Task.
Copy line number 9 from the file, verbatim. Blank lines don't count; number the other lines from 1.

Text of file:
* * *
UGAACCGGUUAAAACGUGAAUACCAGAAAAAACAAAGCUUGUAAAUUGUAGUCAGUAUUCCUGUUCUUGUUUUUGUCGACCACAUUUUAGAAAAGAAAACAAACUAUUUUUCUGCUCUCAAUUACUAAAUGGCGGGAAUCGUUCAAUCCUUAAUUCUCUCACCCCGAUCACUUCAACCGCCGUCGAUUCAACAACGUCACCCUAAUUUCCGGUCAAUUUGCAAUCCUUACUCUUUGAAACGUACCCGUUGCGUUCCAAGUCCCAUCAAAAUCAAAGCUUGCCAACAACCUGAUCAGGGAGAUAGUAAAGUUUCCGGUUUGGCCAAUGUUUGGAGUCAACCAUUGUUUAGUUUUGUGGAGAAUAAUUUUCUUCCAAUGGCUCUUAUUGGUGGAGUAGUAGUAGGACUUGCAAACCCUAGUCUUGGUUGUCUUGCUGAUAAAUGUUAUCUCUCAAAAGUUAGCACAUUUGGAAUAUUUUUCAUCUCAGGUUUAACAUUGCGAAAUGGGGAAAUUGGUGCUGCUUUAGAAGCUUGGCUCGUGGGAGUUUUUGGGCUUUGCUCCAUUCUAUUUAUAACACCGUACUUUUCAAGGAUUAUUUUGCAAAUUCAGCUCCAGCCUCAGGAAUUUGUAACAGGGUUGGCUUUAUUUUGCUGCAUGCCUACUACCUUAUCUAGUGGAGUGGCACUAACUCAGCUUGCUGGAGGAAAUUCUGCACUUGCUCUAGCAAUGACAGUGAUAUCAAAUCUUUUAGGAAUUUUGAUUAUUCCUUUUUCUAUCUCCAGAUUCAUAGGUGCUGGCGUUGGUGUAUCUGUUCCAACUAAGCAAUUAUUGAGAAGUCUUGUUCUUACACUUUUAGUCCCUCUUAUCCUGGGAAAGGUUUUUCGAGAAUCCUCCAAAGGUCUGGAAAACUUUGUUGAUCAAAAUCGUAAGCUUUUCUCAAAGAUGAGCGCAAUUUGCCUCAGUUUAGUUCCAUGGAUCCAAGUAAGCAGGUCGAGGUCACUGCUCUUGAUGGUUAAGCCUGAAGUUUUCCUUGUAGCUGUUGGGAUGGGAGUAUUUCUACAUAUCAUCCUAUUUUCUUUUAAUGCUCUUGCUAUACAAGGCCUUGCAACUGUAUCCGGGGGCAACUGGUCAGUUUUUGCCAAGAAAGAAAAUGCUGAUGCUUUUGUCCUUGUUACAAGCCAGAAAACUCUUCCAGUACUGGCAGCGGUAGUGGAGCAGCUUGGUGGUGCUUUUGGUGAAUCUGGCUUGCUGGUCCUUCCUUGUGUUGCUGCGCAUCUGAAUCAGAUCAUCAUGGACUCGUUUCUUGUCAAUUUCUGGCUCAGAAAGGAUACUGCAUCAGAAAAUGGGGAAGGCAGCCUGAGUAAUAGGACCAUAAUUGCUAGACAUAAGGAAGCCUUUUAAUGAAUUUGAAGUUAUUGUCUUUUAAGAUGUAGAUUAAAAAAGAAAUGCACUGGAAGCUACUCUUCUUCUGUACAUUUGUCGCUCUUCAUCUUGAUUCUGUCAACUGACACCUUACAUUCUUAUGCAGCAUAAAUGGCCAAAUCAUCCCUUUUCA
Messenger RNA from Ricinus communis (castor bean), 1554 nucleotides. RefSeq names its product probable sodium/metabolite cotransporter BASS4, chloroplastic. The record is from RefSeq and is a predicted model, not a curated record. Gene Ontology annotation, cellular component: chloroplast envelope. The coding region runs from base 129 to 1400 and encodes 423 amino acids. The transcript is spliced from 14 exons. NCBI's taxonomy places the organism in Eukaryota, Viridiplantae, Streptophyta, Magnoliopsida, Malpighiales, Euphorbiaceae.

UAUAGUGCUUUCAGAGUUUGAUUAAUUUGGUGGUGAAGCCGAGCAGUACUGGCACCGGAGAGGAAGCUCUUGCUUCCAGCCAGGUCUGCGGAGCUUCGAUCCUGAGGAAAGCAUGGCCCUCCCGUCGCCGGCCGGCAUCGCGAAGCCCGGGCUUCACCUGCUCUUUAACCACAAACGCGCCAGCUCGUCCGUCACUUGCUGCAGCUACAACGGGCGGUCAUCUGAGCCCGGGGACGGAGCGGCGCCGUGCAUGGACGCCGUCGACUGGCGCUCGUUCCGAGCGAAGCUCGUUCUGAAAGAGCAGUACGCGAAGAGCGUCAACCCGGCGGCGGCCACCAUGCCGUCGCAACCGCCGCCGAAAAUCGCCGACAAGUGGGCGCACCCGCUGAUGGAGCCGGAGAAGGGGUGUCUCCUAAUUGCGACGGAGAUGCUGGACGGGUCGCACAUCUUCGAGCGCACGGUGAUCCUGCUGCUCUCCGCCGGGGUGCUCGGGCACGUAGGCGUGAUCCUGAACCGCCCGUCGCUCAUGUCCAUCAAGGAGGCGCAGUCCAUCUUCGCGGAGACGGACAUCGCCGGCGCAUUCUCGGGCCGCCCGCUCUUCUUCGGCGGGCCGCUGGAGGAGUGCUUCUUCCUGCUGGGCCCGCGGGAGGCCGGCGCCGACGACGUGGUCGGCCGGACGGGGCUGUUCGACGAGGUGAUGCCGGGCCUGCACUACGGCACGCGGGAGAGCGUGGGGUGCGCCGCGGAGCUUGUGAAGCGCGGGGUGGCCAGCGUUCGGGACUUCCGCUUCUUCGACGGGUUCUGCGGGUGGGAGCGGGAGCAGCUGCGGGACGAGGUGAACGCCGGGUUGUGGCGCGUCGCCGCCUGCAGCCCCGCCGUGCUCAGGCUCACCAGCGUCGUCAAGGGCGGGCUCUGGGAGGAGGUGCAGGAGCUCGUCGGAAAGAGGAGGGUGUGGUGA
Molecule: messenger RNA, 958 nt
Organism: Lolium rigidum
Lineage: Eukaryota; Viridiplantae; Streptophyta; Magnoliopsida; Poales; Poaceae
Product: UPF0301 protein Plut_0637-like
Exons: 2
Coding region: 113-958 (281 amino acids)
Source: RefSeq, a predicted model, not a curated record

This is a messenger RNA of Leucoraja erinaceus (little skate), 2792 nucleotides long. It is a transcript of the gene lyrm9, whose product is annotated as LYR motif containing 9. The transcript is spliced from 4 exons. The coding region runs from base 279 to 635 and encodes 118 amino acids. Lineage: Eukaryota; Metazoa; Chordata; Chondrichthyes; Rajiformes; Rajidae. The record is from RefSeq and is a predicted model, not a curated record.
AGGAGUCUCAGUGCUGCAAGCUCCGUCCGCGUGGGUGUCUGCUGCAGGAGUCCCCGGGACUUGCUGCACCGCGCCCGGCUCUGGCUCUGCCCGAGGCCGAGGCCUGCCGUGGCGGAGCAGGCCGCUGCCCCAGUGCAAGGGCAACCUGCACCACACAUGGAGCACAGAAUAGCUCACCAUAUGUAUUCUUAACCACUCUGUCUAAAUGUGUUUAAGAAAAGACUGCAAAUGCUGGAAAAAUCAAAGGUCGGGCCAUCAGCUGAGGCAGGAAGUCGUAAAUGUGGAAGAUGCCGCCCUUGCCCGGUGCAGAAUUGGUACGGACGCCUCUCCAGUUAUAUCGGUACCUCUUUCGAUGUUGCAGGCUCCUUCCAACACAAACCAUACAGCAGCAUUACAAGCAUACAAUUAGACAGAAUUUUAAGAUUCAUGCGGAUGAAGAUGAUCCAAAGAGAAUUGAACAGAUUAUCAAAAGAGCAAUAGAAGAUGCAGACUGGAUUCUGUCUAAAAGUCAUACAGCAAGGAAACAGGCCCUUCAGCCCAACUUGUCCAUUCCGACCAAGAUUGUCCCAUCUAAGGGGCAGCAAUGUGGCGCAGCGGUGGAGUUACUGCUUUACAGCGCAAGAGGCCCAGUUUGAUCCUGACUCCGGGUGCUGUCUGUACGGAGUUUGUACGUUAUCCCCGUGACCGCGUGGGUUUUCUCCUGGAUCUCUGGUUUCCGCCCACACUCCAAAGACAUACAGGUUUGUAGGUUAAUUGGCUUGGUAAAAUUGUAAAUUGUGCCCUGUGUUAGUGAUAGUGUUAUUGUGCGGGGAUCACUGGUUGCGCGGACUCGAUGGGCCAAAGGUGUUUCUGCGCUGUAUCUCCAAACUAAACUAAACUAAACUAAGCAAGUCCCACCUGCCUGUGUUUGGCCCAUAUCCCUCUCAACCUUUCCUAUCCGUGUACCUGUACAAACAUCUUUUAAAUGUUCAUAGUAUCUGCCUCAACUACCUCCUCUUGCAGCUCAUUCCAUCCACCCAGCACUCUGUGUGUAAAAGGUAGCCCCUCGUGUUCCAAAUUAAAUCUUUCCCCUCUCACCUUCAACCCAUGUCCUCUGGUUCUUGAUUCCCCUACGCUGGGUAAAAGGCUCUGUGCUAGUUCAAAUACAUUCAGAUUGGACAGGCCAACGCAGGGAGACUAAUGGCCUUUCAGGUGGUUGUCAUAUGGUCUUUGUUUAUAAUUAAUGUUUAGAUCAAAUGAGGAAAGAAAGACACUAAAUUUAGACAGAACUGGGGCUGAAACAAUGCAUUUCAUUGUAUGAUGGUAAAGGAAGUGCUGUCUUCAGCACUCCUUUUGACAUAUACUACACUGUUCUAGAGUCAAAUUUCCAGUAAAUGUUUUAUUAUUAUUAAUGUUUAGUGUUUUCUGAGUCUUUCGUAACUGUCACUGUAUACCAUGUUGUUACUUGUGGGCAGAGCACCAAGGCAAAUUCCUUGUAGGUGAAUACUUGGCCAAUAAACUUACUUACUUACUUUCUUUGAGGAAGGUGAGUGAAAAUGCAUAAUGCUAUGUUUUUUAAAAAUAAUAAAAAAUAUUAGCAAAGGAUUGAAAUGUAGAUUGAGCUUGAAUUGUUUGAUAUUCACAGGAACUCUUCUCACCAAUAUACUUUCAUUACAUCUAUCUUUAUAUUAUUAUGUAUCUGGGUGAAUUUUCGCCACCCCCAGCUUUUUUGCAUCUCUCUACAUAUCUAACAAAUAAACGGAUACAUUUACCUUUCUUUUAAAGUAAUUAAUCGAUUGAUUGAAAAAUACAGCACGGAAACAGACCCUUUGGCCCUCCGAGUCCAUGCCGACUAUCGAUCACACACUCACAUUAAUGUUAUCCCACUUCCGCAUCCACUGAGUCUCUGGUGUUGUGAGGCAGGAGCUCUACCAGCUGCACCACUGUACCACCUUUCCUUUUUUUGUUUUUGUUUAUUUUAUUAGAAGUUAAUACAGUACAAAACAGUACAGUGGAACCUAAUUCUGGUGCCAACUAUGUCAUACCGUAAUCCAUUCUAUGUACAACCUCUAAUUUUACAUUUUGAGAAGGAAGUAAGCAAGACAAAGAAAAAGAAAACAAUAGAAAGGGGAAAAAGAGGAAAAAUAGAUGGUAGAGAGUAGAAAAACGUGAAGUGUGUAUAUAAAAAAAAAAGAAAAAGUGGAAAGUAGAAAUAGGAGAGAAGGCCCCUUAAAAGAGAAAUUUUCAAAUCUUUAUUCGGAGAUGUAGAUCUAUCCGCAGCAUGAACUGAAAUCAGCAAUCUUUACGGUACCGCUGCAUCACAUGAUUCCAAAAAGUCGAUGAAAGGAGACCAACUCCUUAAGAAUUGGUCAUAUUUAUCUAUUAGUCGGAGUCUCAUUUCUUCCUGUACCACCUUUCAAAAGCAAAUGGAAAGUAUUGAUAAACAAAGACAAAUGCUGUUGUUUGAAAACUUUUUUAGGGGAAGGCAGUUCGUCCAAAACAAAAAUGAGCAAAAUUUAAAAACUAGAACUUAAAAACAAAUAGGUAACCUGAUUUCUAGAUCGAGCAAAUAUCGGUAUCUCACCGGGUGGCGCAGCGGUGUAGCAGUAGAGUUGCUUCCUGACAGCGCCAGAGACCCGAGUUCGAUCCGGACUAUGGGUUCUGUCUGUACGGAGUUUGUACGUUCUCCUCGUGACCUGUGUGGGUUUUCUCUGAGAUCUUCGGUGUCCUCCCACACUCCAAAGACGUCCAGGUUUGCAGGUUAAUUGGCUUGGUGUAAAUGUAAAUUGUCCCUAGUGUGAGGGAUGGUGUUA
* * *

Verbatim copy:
Coding region: 113-958 (281 amino acids)